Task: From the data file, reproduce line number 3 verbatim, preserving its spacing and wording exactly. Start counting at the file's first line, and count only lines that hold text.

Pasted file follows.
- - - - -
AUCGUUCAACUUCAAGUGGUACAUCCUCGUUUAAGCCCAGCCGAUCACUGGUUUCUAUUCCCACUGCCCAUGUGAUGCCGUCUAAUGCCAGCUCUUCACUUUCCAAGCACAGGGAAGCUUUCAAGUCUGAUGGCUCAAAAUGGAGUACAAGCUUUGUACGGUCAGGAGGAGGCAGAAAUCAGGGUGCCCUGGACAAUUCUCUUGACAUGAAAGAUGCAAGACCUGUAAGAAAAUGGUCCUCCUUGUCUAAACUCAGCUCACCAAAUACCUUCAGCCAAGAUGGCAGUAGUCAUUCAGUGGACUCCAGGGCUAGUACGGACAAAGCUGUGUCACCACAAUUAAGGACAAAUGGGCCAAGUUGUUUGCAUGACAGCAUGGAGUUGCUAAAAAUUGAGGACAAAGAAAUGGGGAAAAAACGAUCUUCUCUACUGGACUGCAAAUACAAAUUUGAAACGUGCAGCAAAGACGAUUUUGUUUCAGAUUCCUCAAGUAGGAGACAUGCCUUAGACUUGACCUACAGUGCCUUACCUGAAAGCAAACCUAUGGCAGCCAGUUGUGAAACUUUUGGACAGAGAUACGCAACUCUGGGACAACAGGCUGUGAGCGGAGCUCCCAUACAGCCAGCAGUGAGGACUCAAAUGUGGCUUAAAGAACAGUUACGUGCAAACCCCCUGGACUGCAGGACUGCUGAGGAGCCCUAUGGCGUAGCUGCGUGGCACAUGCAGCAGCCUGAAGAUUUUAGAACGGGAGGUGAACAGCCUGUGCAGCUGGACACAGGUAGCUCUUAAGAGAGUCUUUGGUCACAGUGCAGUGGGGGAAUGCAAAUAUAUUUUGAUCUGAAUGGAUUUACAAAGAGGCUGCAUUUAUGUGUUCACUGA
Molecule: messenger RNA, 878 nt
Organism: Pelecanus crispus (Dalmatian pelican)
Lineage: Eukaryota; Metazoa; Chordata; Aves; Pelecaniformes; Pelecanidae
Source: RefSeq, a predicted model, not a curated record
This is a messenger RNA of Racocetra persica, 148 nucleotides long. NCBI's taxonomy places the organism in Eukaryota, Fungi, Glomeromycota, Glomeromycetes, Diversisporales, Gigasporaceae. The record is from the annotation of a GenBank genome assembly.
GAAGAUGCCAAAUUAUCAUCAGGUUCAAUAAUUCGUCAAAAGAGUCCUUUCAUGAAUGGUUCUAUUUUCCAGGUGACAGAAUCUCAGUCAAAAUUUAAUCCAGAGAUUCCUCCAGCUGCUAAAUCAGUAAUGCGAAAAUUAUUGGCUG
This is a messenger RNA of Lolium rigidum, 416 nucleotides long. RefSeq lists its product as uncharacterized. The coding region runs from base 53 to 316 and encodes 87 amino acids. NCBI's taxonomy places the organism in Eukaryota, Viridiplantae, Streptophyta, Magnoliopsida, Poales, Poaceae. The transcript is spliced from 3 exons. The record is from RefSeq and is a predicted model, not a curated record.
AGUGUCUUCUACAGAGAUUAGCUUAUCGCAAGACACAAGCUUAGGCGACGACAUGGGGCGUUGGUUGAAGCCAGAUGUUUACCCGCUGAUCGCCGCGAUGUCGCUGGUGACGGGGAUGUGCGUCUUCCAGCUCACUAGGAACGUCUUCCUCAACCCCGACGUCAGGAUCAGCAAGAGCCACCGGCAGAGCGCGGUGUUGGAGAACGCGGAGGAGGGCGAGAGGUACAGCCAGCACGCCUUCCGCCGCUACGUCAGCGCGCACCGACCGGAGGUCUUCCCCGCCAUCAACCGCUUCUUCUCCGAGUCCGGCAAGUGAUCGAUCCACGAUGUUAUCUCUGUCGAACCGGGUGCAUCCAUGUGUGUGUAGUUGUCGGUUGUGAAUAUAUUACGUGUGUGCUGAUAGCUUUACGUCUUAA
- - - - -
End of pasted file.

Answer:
Organism: Pelecanus crispus (Dalmatian pelican)